The Tokyo 2020 Olympic Games which should never have been held, were, and you know what — they turned out to be pretty good.
The games could have been dubbed “The Survival of The Luckiest Olympics” because despite unprecedented heat and humidity, a tropical storm, a 6.0 earthquake and a country-wide pandemic resurgence — all the events were completed and nobody died. Throw in some locusts and they could have held the games in the New Testament of The Bible.
The games could have been dubbed “The Dude Olympics” with surfing, rock climbing and skateboarding on the agenda, posing as legitimate international sports. Rabid fans of dog walking, hot dog eating and jig saw puzzling must have been devastated when their ‘sports’ were denied inclusion into the XXXII Olympiad.
There was the good – the stellar performances of our Canadian women’s swim team which garnered six of Canada’s 24 medals total. There was the bad — the decision to allow Russia and it’s state-sponsored doping program to participate in the games, coming away with 69 medals. A nice touch would have been to present the Russians with medals… that were already tarnished. There was the double ugly — the German cycling coach who used a racial slur while referring to opponents from Africa and the German equestrian coach who punched a horse in the head when he, Saint Boy, failed to respond to his rider’s commands.
Many horses were spooked when they came up to the tenth jump of the equestrian course and spotted a life-size statue of a sumo wrestler right next to it. From behind it looked less like a rikishi athlete and more like a massive guy in a diaper squatting in order to… and I’m sure horses like Saint Boy must have thought: “No, I’m not going near that jump. They’ll blame that stuff on me!”
Despite all the past doping, the corruption in venue voting, the massive TV contracts and shameless corporate branding — there was a moment that showed millions of viewers why the Olympics do hold out hope for international integrity and even world peace. Spontaneously Qatar’s Mutaz Barshim and Italy’s Granmarco Tamberi began hugging and crying after they failed three times to break a tie at the top of the high jump competition and decided instead to share the gold medal between them.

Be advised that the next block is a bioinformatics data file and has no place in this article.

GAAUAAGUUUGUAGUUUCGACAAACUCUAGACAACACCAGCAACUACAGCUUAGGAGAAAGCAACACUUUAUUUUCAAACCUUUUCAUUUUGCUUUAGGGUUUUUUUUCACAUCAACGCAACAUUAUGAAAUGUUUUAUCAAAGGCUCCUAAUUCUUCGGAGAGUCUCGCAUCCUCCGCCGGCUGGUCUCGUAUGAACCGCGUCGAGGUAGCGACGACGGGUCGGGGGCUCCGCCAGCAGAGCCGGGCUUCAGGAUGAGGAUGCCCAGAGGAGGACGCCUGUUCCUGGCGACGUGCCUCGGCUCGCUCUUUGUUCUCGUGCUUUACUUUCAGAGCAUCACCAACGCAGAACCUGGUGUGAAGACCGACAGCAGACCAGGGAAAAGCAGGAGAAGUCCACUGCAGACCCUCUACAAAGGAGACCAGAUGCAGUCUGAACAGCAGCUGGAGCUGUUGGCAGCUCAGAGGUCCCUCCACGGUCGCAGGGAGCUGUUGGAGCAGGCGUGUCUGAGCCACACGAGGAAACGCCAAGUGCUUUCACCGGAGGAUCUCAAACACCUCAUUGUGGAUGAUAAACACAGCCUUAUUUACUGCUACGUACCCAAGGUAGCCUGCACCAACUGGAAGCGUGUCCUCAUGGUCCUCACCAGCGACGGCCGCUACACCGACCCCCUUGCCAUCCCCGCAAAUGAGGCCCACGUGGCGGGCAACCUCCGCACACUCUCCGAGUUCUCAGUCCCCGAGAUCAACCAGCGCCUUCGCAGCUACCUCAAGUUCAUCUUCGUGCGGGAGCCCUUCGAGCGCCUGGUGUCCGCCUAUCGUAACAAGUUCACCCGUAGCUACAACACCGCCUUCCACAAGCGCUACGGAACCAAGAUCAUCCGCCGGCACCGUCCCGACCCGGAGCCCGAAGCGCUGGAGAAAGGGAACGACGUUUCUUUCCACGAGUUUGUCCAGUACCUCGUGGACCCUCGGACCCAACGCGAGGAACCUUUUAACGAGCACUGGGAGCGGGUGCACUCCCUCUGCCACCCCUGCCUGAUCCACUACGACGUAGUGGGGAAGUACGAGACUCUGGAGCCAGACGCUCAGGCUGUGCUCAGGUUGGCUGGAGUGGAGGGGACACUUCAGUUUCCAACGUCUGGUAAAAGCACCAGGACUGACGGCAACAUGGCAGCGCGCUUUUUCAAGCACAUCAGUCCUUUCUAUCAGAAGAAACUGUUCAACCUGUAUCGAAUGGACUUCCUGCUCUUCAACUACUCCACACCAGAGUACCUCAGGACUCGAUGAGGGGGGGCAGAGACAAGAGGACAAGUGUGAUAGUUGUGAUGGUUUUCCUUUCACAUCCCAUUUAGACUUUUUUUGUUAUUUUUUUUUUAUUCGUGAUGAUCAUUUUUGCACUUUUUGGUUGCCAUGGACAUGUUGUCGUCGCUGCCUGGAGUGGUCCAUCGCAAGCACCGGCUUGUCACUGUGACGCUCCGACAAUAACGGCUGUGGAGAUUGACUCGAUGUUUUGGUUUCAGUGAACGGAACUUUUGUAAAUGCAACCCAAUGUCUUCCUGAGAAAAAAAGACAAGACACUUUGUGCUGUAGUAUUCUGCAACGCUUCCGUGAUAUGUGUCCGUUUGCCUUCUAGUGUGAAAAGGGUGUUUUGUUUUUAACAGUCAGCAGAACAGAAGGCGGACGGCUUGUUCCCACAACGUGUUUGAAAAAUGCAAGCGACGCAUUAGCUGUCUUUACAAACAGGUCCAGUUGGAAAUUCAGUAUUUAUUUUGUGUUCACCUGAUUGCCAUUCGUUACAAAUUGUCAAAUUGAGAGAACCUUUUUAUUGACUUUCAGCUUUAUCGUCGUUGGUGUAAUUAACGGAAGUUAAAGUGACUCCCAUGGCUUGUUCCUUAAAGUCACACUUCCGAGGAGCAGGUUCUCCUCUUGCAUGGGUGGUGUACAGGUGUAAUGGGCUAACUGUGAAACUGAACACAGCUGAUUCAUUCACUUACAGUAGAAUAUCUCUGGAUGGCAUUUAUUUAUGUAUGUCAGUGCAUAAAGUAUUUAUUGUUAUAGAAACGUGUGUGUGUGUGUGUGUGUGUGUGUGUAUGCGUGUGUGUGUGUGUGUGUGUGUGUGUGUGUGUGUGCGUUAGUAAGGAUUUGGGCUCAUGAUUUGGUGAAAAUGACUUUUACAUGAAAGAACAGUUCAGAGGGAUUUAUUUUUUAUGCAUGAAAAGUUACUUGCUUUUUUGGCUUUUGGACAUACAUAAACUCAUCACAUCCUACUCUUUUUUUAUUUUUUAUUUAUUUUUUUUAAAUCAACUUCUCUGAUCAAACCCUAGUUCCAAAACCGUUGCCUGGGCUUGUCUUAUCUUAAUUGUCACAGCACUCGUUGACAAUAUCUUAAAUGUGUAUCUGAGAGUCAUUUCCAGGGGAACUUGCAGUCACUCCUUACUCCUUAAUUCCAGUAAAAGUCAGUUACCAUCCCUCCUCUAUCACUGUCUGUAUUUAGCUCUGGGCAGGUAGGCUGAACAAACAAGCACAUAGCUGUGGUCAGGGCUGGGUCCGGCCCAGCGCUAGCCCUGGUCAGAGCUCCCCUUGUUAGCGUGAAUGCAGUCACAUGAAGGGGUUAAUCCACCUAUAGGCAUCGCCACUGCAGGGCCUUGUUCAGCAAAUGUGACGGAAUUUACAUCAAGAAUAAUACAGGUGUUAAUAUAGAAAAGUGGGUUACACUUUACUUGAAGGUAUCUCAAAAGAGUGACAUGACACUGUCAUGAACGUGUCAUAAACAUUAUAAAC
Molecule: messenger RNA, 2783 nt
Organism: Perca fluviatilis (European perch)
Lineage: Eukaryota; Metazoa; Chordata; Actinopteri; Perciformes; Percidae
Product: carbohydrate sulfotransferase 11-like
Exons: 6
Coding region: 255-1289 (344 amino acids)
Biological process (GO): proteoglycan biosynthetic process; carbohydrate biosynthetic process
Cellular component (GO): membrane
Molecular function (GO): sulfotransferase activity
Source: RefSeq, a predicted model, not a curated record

Those who wish for the purity of sports to outstrip the politics of the Olympics were kind of gobsmacked by MBC, the South Korean broadcaster which posted captions on the big screen as the teams of 206 nations entered the stadium for the opening ceremony.
Perhaps expecting a photo of its coat of arms, athletes from Haiti were greeted with the caption: “The political situation is fogged by the assignation of the president.” The tiny contingent from the Marshall Islands were greeted with “Once a nuclear test site for the U.S.” And keeping with the traditional Olympic theme of total devastation, the parade of athletes from Ukraine saw an image of Chernobyl, the world’s worst nuclear disaster.
Italy was represented by a slice of pizza, Norway was linked to a salmon fillet — I’m not making this up — and Team Romania had to walk past an image of Dracula.
The only event I followed faithfully was women’s soccer in which our tough Canadian side beat the odds, beat the Americans, won the gold medal and earned the “Class Act of The World” title. Overmatched they battled through the tournament, heads down, quiet and composed. Unlike the American women’s team which once again proved to be a bunch of arrogant whiners. US star Megan Rapinoe dissed her neighbour to the north with the classless remark: “Obviously we never want to lose to Canada.” In doing so she picked up the torch of lousy sportsmanship from Abby Wambach who in the 2012 London Olympics goaded the Norwegian referee into calling a lame ‘delay of game’ violation against Canada thereby costing us the game and the gold.
Winning the gold for unsportsmanlike like behaviour, a French long-distance runner was caught on camera pushing all the bottles of water off a table meant for dehydrating marathoners before taking one for himself. Tokyo officials are fortunate Morhad Amdouni did not compete in any event involving a gun.
An older Japanese man showed up at the village gate every day at 7:15 a.m. to encourage all athletes, not just the stars, with a sign that read: “Good morning athletes! Even if you don’t get a medal, you’re still the BEST!!” The guy who wished to remain anonymous was speaking to a large crowd since 11,000 athletes went home with little more than a memory. (Eventually Frenchman Morhad Amdouni hijacked the team bus and ran the old man over.)
If there was a prize for great immigration policy — with China-born Olympic swimming sweetheart and gold medalist Maggie MacNeil from London, Ontario and Somalia-born and silver medalist Mohammed Ahmed (nickname Mospeed) from St. Catharines, Ontario — Canada would have won that event as well.
So it’s Sayonara to Tokyo and Bienvenue to Paris in just three years where break dancing, twerking and tweeting will be recognized as Olympic events. Honestly, one of those will be deemed a sport.
Oh, and there was that kiss. After French swimmer Florent Manaudou and his Danish girlfriend Pernille Blume both medalled at the Aquatics Centre they hugged and then they pulled down their masks and kissed. Illegal but then all the more touching. As international athletic intermingling goes, this poolside peck in Tokyo was a far cry from the 2016 Summer Games in Rio de Janeiro where officials handed out 450,000 condoms to athletes. And no, I looked it up — most of them were not used to do Howie Mandel impersonations. For the record, ‘Boinking’ is not yet an Olympic sport.
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